The busy ego
“What do you want to be when you grow up Timmy?” “I want to me my own personal brand!”
Recently Stephen Colbert shone a spotlight on North American culture and our obsession with garnering identity in the tireless quest to validate ourselves…
This makes me laugh, but also cringe because I struggle with constant inner conversations about how I am perceived by people. My ego is very busy. It’s always running around looking for ways to validate me. Define me. Make me feel like I’m really something.
For example, I preach the gospel and pastor our church and write these blogs etc… to point people to Christ. AND, my busy ego often whispers, “this will validate me”. I’d love to tell you that like a good pastor, I take every thought captive and therefore only minister with pure motives. Well, yes I want my ministry to glorify Christ, but my busy ego is always looking to get a commission on His glory. My prayer is that over time, the Spirit will reform my heart so that year after year, I am less and less of a glory hog.
I have known the peace and rest that comes from the simplicity of allowing “loved by God” to define me. I also know the anxiousness and unrest that comes by needing to define myself. There have been many days when Ryan Reynolds twitter bio could have been mine…
Who will deliver my from this ego of death?
Garnering identity from what we do is human. It’s as natural, effortless and subconscious as breathing.
Get into the right school so people will respect and hire you.
Create value so that people want to do business with you.
Be others focused and people will want to hang out with you.
Be sexy and people will be attracted to you.
Be inspiring and influential and people will follow your lead.
Be competent like Tim Keller and people will go to your church.
Be dynamic like Spurgeon and people will download your sermons.
Be witty like Jimmy Fallon and people will read your blogs and like your posts.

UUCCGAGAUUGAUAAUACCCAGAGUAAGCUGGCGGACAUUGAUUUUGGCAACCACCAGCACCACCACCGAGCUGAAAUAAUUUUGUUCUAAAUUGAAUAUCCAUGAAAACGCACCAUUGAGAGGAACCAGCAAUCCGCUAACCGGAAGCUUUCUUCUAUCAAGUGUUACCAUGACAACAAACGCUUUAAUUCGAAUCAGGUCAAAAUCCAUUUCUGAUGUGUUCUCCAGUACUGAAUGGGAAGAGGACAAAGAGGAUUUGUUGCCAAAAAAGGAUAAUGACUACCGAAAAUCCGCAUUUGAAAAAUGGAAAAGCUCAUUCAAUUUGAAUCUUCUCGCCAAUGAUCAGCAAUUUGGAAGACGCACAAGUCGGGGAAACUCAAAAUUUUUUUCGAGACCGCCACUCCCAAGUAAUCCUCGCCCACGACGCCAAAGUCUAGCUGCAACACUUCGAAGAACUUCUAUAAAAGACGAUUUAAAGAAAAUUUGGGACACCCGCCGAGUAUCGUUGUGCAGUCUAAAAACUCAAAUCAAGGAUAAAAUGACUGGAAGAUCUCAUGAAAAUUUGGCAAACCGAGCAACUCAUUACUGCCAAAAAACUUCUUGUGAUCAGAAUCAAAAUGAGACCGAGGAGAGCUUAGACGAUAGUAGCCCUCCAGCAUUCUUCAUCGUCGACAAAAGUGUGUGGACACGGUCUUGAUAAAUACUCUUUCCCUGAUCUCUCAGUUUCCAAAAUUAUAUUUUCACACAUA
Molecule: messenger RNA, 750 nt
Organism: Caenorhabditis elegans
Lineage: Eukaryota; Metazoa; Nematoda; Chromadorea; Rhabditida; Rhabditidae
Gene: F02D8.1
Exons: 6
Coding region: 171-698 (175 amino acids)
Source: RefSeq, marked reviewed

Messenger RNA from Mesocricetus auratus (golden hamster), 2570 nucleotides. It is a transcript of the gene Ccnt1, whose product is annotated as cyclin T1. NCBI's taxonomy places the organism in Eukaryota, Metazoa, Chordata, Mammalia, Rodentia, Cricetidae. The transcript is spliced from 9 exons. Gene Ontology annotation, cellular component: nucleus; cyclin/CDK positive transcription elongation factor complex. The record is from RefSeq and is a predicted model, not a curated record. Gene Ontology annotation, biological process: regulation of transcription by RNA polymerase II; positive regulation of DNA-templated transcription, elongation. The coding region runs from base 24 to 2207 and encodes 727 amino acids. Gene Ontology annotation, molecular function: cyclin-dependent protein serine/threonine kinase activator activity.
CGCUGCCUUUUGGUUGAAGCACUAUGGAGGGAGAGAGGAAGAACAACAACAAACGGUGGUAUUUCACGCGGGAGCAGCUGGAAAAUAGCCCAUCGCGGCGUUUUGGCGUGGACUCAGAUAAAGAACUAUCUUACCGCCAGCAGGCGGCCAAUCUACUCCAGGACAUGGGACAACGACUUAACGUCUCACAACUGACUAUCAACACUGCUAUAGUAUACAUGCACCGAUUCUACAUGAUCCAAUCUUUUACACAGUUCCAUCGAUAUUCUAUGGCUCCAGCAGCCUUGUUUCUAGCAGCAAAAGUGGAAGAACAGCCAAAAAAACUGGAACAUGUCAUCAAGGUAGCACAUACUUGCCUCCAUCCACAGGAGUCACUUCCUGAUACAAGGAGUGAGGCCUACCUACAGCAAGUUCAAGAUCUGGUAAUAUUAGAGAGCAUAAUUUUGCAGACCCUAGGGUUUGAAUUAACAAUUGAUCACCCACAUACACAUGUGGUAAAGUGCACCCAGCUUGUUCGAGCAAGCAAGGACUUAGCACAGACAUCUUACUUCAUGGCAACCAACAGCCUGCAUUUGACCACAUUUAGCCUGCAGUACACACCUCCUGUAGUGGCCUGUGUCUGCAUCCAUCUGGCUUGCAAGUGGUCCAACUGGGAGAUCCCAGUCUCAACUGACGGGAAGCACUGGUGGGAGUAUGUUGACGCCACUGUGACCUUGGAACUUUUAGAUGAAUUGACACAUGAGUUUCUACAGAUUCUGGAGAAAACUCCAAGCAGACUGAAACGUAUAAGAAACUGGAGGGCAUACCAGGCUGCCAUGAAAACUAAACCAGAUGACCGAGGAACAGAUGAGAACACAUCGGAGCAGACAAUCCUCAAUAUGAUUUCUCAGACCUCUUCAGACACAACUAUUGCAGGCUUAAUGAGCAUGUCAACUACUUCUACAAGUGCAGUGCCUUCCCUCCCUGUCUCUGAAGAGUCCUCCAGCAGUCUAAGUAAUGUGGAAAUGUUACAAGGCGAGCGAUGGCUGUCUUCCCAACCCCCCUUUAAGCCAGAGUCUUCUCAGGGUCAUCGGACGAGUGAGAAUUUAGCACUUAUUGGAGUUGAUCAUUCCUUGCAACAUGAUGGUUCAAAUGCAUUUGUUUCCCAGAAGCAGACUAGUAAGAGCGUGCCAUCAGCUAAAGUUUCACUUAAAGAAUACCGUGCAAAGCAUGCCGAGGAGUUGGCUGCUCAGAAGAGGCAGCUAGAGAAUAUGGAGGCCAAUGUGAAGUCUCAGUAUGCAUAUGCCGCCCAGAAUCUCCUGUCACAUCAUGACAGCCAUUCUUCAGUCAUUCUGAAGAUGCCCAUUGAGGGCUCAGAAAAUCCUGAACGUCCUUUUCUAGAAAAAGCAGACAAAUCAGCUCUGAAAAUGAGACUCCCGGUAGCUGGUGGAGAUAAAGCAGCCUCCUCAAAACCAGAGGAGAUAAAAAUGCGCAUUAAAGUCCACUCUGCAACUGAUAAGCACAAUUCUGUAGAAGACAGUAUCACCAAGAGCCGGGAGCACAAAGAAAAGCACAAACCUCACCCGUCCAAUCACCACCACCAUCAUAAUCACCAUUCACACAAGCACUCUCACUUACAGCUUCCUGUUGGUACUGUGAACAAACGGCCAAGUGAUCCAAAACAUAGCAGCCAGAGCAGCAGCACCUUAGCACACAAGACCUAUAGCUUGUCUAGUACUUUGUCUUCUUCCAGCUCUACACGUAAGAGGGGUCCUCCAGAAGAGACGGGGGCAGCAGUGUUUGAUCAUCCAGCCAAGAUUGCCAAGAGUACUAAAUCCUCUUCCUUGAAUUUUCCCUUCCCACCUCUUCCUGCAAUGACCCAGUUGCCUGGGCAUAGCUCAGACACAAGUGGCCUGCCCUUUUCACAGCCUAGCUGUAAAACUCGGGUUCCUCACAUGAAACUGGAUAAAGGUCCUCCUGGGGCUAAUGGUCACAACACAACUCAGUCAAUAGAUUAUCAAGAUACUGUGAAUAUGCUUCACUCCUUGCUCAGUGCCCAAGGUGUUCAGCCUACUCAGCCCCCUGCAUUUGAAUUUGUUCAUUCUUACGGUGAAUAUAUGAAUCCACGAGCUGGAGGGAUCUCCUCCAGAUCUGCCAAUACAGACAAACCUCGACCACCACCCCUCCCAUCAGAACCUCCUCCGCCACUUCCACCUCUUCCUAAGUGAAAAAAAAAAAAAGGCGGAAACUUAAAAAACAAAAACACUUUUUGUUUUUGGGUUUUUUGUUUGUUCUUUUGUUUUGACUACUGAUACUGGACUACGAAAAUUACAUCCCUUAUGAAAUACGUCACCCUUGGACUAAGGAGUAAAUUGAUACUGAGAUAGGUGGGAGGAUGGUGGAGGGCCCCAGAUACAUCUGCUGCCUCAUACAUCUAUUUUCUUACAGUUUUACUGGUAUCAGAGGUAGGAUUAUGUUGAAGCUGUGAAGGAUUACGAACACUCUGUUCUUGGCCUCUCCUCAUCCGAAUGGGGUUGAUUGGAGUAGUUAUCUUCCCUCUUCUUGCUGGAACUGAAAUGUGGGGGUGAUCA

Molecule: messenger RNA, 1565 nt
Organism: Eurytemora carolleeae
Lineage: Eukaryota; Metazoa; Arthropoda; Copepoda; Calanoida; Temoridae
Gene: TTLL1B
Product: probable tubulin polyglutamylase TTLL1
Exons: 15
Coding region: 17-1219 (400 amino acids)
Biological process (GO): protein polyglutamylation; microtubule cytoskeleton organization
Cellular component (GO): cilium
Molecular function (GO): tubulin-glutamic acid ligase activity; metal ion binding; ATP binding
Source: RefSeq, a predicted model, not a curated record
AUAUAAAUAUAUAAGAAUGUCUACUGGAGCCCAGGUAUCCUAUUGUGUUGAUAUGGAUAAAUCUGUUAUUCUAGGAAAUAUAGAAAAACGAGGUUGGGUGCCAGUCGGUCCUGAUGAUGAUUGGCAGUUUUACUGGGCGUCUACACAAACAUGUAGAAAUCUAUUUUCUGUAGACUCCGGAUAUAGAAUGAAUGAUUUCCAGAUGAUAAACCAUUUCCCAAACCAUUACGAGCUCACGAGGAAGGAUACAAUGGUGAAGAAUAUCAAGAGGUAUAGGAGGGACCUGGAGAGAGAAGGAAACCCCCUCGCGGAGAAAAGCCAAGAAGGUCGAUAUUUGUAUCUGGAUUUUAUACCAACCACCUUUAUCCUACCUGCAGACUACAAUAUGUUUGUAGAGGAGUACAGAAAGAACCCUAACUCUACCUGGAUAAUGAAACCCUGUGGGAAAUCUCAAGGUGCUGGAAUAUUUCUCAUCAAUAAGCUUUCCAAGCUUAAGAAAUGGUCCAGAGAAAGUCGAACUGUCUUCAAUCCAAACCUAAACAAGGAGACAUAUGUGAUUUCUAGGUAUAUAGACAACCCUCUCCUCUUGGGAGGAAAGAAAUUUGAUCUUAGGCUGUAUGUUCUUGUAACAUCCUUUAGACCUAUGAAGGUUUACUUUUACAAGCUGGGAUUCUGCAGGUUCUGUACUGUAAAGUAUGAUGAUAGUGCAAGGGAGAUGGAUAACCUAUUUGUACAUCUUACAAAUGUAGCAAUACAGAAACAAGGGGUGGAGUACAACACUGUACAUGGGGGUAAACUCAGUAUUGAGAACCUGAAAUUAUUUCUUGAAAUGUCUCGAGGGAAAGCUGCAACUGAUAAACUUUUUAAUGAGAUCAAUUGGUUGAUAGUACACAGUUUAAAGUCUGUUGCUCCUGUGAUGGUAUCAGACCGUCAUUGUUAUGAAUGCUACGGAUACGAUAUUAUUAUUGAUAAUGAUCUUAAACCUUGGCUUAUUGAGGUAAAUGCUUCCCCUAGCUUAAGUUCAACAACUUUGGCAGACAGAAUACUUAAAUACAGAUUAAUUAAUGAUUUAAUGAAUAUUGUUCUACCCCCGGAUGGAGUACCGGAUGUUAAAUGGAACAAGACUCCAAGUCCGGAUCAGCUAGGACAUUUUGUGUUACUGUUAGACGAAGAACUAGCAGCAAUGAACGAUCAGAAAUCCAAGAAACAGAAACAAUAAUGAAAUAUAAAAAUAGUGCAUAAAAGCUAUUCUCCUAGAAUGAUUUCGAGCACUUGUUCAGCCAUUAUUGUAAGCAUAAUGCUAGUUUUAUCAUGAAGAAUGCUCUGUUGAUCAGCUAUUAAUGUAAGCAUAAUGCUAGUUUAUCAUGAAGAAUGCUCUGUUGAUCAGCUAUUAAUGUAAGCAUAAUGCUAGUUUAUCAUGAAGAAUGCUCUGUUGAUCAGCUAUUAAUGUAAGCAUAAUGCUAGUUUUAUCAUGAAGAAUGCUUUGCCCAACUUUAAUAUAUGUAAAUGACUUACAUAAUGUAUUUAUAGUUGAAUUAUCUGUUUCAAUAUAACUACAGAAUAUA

Those aren’t necessarily bad things, but the trouble is,
our busy ego has one mission: take something, make it the ultimate thing and define yourself by that thing.
The idol making factory in our heart is always looking for something to be defined by.
This is why when Jesus instituted the gathering of the church, He made sure it revolved around Him. The bread and wine is the visible sign of an invisible reality: as our hearts are united to Christ, the Spirit topples over the idols we set up in our hearts (again) to the glory of the Father.
He calls us to worship. Our busy ego shuts its mouth.
He cleanses us in confession. Our busy ego bows it’s knee.
He communes with us in Word and sacrament. Our busy ego finds rest.
The gospel recalibrates us.
The gospel is the only place in your life where you receive your verdict before your performance. It is the only place we can go in our life where our verdict is not overturned by poor future performance.
If in the end, Christ’s work for you was kept valid by you – there would be no good news. Your busy ego would simply trade day to day activities for spiritual activities and then seek to be defined by those. [enter works righteousness, stage right]
The gospel boldly announces that our busy ego can find rest – not in who we are but whose we are.
We are free to love, serve and do good work for our neighbour. We can use our gifts, exercise our skills, pursue our passions without needing any of it to validate us. In Christ, our identity is not fragile, contingent upon our success or our failure. We are free from living life pining for acceptance and because we live from the confidence that we are already accepted.
We are loved, forgiven and free.
We are His.